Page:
“I hope to one day see a young Native woman or man listed in the Forbes 30 Under 30.”
Shawn Spruce, a financial education consultant at First Nations Development Institute teaches and inspires Native American youth to take control of their future. He is a leader and an innovator who wants to see people succeed. His work with Native American youth has helped them see new perspectives and set bold goals.
First Nations Development Institute has impacted the lives of many, and continues to strengthen American Indian communities to create lasting change. They work to improve economic conditions through core values and programs that are redefining impact investing.
What is your vision for the future for Native American youth?
For Native American youth to be better prepared and more competitive after leaving school and entering the workforce. We tend to isolate ourselves. Sometimes it’s out of necessity but often it’s a choice. I realize we need to maintain our cultural identity and sense of community; however, ultimately we are measured by the benchmarks of the mainstream. I hope to one day see a young Native woman or man listed in the Forbes 30 Under 30.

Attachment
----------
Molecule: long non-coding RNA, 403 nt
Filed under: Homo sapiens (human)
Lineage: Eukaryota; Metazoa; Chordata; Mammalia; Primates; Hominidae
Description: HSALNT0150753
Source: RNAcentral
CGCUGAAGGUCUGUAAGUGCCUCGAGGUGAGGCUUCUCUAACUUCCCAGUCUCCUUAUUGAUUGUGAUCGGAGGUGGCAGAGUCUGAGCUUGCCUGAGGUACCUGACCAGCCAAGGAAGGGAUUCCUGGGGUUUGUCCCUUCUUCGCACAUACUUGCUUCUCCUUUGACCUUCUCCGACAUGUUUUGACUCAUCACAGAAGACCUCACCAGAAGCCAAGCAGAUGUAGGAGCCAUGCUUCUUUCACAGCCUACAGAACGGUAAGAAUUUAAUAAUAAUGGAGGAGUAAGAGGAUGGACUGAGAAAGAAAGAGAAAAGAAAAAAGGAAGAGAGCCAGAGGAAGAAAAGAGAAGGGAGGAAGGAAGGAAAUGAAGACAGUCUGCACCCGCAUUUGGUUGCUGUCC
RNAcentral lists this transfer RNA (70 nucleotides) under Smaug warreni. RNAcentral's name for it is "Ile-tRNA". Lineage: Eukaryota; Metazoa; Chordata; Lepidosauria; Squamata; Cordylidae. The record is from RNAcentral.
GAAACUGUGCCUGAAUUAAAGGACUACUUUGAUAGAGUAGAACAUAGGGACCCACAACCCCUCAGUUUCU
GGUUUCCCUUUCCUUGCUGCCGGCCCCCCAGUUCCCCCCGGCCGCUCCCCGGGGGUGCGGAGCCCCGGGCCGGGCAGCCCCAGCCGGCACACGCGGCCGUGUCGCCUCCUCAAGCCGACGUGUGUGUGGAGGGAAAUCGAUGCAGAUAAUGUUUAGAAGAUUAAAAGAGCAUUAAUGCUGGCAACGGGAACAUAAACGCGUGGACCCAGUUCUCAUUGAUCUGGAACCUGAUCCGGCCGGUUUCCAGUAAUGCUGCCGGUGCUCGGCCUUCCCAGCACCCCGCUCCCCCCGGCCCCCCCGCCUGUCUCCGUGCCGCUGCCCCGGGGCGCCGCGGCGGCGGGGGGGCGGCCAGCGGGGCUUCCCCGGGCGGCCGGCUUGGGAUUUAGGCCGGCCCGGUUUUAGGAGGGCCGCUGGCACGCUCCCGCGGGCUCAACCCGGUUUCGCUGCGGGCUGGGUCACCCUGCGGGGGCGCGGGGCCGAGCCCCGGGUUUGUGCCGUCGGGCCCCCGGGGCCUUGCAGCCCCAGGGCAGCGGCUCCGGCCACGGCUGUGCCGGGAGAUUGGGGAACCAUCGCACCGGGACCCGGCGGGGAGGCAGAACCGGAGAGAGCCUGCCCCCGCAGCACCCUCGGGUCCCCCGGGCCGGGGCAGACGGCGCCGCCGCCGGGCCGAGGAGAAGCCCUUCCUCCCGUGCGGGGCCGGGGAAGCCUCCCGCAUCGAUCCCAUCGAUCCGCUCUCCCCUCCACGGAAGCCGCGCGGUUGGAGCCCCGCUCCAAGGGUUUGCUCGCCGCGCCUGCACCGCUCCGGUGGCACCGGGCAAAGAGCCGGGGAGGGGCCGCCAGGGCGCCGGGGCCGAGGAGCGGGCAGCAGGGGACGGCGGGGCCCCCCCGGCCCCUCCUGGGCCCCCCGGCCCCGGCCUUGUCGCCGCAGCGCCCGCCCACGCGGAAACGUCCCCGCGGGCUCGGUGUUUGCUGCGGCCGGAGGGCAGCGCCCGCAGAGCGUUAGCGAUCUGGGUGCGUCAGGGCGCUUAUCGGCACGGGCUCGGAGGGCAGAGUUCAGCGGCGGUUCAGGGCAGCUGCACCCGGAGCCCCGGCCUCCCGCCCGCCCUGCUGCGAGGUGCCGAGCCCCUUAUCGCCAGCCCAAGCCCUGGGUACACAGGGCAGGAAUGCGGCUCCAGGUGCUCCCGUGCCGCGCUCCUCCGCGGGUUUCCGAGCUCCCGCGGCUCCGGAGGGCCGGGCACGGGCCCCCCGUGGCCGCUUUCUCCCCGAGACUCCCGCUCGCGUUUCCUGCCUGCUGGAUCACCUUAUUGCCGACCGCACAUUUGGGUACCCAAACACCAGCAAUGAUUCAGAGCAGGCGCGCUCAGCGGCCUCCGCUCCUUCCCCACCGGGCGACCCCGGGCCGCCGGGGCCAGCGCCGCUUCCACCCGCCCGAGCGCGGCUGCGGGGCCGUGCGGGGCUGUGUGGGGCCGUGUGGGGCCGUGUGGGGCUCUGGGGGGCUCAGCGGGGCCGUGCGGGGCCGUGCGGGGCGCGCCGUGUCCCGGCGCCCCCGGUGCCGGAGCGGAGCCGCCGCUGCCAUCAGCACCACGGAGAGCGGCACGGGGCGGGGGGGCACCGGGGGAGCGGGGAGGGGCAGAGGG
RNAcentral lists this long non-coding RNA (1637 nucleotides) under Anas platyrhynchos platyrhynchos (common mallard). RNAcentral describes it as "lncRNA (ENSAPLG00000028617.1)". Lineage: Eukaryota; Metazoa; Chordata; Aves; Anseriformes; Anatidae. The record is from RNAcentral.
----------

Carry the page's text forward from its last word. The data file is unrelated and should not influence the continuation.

What inspiration have you found in working with Native American youth?
I gain tremendous satisfaction from lighting a spark in a young person’s mind that allows her or him to examine the world from a new perspective. I’m also able to connect with Native youth on a range of levels. My role is flexible and allows me to be spontaneous which I think enables some kids to engage more in one of my workshops than they would in other learning environments. For example, a couple years ago I did a project with a teen parenting program. At the time my daughter was two years old and I was a first time parent just like many of the high school students I was working with. It was helpful and inspiring to relate to them not only as a facilitator but also as a new parent. I taught them how to open savings accounts while they taught me which brand of diapers is less likely to leak.
If you could instantly change one thing for Native American youth, what would that be?
Don’t view yourself as a victim. I see a lot of us still pushing that tired narrative. Our land was stolen, genocide, racism. Sure, we’ve had it tough, same as many other groups, but I don’t think it’s helpful to dwell on negativity. If we raise our young people to think of themselves as victims then that’s exactly what they’ll become.
What motivates you to do what you do now?
The pay is good and I can’t stand to see people get screwed financially.
Are you living the life you expected to live?
Fifteen years ago I dreamed of being able to make a living doing what I do now. So yeah, I guess I’m living the life I expected to live.